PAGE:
BMW F800GS Rocks Moab - Stoned To The Bone

By Jack Lewis, Photography by Jonathan Beck

Incremental practice is the reasonable man's path to improvement, but it was too late for that. When last I messed around with off-road riding, I was 16 years old and it nearly took my leg. I pushed that out of my mind as we defeated our ABS (one-button actuation, no key cycling required) and tore into the first dirt section: 13 miles of loose rocks and sand crisscrossed with 22 stream fords.

I don't love water crossings just for their happy otter splash. There's an ego-securing mystery to not knowing what's under the surface. Taking my neighbor Tony's pre-trip advice ("Gas on, brains off"), I blasted through dozens of streambeds, giggling deliriously as the bike stolidly refused to slap me across creek stones like the Third World's dirty laundry.

Zipping through corners, it all started coming back to me. Though the middie GS may not be magic, it was a real au pair for the dirt, nursing me through a thousand foolish errors with my hide (if not dignity) intact. Our first section was stand-up riding, studded with rock faces offering stony shoulder berm shots to the clumsy, plus a generous serving of crevasses where we could audition for Long Way Down.

Following the faster guys underscored where dirt riding differs starkly from street riding: "Trust your tires" is right out. But it also pointed out the Great Similarity: Corner exits are fun, but if you screw the waggling pooch at the entry, you'll flop through the turn in a bar-sawing, full-body flinch. I got smoked in a hurry following those guys (did I mention they were fast?), and after blowing a dozen corner entries in a row realized they were just funnin' at their all-day pace while I was wound out to 11/10ths, redlined eyeballs jouncing on my cheek bones.

I scaled back and set myself a second-gear limit. Call me a pussy, but the bastard does 70 mph in second and peels off tire knobs like old, dry scabs. It's like some mutant superbike for the dirt.

I'd been dreading Baby Head Hill since the ride briefing made me sick to my coffee. Slick and narrow, with one decent line between precipitous ruts and red rocks the size of toddler skulls, it looked ominous enough on the screen even before our safety briefers warned, "It's way steeper than it looks in this picture."

Traversing a few rock-picking slow sections along the way revealed the engine as my friend. It may wind out to streetbike power-we sure didn't have 85-horsepower dirtbikes when I was a kid-but it also pokes along at the bottom of first gear as contentedly as a donkey browsing clover. The chassis also seemed determined not to slam me onto my lips.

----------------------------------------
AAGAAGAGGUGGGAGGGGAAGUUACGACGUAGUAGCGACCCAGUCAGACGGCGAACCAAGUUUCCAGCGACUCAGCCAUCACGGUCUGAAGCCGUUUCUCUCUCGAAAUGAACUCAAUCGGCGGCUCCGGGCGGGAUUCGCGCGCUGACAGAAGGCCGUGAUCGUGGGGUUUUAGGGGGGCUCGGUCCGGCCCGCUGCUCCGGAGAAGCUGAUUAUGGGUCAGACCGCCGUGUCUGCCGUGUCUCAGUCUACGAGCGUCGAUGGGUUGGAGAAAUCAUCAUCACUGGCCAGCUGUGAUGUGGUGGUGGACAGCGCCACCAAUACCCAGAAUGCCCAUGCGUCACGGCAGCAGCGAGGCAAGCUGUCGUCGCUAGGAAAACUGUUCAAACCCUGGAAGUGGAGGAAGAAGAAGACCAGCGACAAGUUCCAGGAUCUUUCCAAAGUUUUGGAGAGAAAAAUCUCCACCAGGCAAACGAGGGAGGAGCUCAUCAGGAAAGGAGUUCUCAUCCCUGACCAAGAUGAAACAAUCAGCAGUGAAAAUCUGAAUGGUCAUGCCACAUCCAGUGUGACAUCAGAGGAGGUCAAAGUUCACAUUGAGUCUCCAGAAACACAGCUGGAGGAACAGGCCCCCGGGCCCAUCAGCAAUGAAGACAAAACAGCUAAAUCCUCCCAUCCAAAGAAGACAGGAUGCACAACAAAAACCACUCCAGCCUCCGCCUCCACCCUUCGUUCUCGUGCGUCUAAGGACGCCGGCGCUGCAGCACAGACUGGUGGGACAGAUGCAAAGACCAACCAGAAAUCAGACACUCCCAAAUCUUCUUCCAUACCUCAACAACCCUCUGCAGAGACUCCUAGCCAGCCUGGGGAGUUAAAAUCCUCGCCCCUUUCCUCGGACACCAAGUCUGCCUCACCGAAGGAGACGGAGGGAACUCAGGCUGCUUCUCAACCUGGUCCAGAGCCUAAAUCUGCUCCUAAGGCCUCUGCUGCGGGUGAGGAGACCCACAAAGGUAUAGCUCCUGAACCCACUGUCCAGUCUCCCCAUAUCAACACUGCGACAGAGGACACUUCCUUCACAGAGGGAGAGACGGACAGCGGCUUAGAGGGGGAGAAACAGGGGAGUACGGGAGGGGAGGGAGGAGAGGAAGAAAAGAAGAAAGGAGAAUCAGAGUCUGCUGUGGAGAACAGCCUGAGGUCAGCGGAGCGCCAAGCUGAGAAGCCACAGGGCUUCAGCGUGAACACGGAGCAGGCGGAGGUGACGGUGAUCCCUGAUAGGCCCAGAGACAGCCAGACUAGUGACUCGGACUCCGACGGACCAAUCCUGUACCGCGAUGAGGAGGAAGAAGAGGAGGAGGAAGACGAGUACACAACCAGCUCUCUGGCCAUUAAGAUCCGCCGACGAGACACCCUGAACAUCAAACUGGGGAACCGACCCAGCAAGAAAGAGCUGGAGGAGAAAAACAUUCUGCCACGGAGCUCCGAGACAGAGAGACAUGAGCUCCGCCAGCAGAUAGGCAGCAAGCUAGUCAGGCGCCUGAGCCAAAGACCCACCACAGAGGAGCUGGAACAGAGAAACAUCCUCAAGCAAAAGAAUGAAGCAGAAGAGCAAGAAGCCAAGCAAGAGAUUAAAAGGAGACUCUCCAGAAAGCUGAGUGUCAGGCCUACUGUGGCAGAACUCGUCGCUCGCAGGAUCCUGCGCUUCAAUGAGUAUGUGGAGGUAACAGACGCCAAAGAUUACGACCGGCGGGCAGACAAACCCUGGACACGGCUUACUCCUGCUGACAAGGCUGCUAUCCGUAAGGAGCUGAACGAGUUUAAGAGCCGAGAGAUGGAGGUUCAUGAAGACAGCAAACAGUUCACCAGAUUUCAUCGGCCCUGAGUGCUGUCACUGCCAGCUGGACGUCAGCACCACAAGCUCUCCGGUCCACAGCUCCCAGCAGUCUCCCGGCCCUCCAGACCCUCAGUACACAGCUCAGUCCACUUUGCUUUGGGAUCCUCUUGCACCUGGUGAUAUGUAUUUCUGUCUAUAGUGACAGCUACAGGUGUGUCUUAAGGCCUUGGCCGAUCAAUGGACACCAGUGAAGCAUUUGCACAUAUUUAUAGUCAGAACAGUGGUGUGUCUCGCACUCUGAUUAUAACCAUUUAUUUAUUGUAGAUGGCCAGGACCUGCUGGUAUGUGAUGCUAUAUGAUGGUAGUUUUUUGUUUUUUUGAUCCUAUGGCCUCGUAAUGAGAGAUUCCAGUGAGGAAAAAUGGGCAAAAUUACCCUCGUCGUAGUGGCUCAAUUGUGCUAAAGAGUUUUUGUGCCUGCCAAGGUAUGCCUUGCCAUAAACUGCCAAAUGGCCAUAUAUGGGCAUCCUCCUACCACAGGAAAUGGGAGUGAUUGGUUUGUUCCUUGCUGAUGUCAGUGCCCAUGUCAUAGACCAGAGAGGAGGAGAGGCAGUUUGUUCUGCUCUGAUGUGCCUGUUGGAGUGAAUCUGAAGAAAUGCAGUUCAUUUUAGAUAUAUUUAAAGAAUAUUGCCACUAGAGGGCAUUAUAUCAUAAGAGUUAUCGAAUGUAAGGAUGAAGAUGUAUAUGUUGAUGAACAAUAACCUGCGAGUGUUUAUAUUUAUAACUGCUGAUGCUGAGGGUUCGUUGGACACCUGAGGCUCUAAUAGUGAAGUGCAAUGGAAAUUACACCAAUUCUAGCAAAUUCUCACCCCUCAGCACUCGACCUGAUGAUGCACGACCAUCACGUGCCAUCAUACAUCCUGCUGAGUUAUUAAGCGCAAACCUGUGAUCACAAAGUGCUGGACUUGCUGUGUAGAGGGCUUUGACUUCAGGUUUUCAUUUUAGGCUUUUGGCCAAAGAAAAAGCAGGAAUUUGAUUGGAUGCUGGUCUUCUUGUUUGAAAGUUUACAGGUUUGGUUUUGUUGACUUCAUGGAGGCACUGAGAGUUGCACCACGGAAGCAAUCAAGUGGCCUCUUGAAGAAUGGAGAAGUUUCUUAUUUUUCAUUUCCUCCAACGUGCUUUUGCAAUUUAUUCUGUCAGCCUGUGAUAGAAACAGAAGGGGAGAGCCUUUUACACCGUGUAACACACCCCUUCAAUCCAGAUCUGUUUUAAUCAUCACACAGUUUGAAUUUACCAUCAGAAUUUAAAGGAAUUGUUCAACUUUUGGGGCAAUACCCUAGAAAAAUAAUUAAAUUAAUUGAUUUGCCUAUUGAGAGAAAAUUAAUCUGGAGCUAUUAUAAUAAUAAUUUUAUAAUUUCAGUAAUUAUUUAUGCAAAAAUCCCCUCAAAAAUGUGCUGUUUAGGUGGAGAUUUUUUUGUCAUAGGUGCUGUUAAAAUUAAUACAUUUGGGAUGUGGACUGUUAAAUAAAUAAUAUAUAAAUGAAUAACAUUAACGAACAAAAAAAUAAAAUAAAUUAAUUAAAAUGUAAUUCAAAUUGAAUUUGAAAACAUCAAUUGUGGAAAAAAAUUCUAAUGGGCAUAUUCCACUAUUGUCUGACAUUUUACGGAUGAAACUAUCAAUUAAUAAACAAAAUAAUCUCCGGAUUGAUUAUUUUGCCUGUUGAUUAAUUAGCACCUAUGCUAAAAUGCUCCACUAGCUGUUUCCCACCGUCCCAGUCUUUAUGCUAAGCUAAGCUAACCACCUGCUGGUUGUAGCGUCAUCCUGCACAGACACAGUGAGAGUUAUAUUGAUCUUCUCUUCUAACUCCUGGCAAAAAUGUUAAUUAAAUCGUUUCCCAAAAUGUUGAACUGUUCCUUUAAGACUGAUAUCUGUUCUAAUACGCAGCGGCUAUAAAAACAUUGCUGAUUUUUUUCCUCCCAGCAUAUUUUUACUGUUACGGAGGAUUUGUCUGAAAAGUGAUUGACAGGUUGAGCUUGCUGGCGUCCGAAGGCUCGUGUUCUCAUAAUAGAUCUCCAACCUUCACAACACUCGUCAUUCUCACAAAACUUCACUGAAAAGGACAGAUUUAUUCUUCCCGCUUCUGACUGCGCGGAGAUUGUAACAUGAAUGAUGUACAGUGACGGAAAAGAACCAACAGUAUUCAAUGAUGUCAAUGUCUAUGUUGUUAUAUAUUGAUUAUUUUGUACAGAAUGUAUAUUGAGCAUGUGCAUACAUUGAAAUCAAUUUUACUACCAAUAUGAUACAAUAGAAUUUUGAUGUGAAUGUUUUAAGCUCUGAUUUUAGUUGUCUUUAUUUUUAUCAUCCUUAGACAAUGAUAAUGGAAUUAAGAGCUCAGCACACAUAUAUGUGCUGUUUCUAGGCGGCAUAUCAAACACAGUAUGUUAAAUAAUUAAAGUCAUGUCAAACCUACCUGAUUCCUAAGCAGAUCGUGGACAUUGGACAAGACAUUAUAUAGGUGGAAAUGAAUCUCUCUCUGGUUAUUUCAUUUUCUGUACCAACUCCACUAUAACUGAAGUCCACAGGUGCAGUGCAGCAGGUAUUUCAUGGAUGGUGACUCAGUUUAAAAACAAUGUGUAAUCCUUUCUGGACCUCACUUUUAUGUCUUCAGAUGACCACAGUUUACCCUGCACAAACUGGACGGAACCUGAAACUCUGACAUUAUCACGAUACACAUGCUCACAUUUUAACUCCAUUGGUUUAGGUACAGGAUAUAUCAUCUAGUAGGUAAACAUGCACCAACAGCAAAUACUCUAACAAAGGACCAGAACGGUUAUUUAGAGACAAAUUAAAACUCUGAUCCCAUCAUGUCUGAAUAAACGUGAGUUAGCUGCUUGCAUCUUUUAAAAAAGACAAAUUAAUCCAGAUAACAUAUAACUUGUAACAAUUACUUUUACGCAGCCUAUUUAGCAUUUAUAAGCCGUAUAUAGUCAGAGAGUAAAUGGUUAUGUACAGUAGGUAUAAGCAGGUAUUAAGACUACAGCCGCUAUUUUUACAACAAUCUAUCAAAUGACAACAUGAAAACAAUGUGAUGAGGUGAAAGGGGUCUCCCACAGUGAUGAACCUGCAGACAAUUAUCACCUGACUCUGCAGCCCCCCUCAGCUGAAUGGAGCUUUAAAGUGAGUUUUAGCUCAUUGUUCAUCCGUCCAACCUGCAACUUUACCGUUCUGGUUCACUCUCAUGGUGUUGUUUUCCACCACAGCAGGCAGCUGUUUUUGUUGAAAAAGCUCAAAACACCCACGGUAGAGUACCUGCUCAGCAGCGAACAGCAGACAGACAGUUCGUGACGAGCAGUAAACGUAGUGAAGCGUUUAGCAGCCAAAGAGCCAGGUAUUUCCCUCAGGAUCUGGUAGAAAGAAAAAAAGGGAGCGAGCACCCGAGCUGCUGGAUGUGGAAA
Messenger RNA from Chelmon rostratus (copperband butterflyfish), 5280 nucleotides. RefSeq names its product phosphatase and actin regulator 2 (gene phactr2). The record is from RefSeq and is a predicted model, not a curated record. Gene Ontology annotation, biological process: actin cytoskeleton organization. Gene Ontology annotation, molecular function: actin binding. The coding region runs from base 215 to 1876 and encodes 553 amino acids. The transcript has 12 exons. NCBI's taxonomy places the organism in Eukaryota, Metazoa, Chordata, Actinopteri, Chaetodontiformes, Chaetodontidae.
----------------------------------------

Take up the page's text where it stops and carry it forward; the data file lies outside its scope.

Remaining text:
Still, after one twisting, narrow climb topping at yet another stunning vista across rusted rainbow canyons, I stopped and pretended to admire the view while I caught my breath and wondered how I'd make it up Baby Head. My knees weren't in pain yet but a short stack of herniated lumbar disks telegraphed threats of lurid vengeance all the way to my feet. My bike felt tight as a virgin mosquito, but its rider module was smoked. Our ride leader pulled up next to me.

"So, how'd ya' like Baby Head Hill?"

There you have it. Some journalists are fast, I am unworthy and the bike is magic.

Not immortal, though. We weren't three miles in before Ron Lawson's 800 spit off its left brake caliper and broke the sub-fender off that side. Served him right for picking a gray bike. Everyone knows yellow is faster.

All his brake bits were found and remounting the caliper was a trailside repair-but not with the underseat toolkit. The calipers are rider-proofed with male Torx bolts.

"It's like a Torx outie," Ron mused.

Seizing my Leatherman Wave, he snubbed down his caliper bolts, ISDT-style. Brief consideration was given to tearing off the unbroken side of the subfender, but since it provides routing points for all front brake lines the consensus was to let it flap and his bike finished the day.

Those two front discs are all you need and then some. Even on the street, they're a powerful two-finger stop. Shut down ABS and you can howl to a stoppie even on knobby tires.

Second wind for your Faithful Correspondent came when the trail system opened up and we transitioned from slow-dancing with dreadnaughts to Thunderdome desert blasting. Crow hopping from rock to rock at 80 mph is fun, Bubba, an alluring scent of bad fun that'll land you in the trauma ward in a hurry-but this bike smiles like a St. Pauli Girl. No matter how coarsely you smack her broad Bavarian rump, she just serves up another round.

Cutting way too deep into one corner, I tapped the back brake and got bent badly out of shape, sawing at the bars and kicking lowside rocks out of the way until the only thing left to do was pour the coal to it and pray, but this year's Gelnde/Strae is a jet pack for adventure squids. Wanton as an ovulating stripper, she snapped her tail around and clawed furiously out of the turn, perforating the sacred Native American ground with little black scores of toasted knobby, flat-out-belly-to-the-ground and I. Slowed. Down.

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